I tried to write this post in the depths of Autumn semester, when I rarely have time to spend time reading for pleasure nor much time to blog. I failed. Instead, I have finished it after the last week of classes.
Observation Note 117: Pain.I unwisely took on an overwhelmingly large teaching load in February. I had nothing offered to me in Spring semester last year, leaving me stuck doing some contract work in road safety education which is totally fine but not what I want to be doing. So when I found myself drowning in offers in February, I decided a heavy teaching load was fine as I was feeling strong and healthy in February (despite the plague having finally befallen me). I was fine until I literally fell off the end of my bed injuring my back. I lay on the floor for half an hour, unable to get up, with hubs away on a work trip and my son taking a long hot shower. I was calm but winded. I couldn’t call out and my phone was nowhere near me. When my son finally came through he freaked out, helped me into my bed, checked me for breaks, concussion etc. But in the end, we decided I was just winded. I limped and was bruised, I saw my doctor who agreed with me. I felt mostly fine until a fortnight later when I started the gargantuan task of marking 170 student essays and then my whole body went to pot. Sciatic pain I had never experienced on my right hand side took hold of my life and pierced me with spasms and continues to do so. Weeks later I injured my ribs while I was doing some gentle gardening, giving me more grief and the inability to breathe deeply. And then last week I injured my ankle just by standing up. No rolls, no trip over, nothing. Once again, I am off my feet, because of pain, but I can’t lie down because of my ribs, and I can’t sit because of the sciatic pain. Because life needs to come in threes when it hurts. I found that I could not sleep, mark, function, at all. So, with all that, there is little surprise that I only read two novels in April, and one text book on web usability which is set reading for my students. No surprises, I won’t be discussing the text book.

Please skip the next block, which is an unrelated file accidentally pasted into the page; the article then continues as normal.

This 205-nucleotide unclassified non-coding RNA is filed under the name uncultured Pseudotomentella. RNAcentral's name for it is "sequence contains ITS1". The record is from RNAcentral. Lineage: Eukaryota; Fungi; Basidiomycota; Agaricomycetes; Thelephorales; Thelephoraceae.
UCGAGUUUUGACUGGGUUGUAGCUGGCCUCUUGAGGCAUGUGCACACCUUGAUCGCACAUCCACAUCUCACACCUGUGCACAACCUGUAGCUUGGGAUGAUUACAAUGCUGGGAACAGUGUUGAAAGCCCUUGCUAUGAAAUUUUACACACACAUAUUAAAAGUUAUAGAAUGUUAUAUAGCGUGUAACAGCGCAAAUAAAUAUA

Along with being late posting my April books, I also have spoilers because when I am in pain, I have not filters. At all. You are warned. Look away. Especially for the schmoushy fab Harlequin I discuss in Reading Note 65 (I wanted to end on a happy note).
Reading Note 64: Raynor Winn’s The Salt Path. Let’s start with the blurb: Just days after Raynor learns that Moth, her husband of 32 years, is terminally ill, their home and livelihood is taken away. With nothing left and little time, they make the brave and impulsive decision to walk the 630 miles of the sea-swept South West Coast Path, from Somerset to Dorset, via Devon and Cornwall. They have almost no money for food or shelter and must carry only the essentials for survival on their backs as they live wild in the ancient, weathered landscape of cliffs, sea and sky. Yet through every step, every encounter, and every test along the way, their walk becomes a remarkable journey.
The Salt Path is an honest and life-affirming true story of coming to terms with grief and the healing power of the natural world. Ultimately, it is a portrayal of home, and how it can be lost, rebuilt, and rediscovered in the most unexpected ways.
For many of you who have been reading my blog for a long time, you will know how much I hate camping and the fact that Raynor Winn and her husband choose to camp wild while they walk the UK’s South West Coast Path when they were rendered bankrupt and homeless was nearly the worst nightmare possible for me (pipped to the post by the thought of plummeting to my fiery death on a plane though that would be quicker torture than camping, right?).Continue reading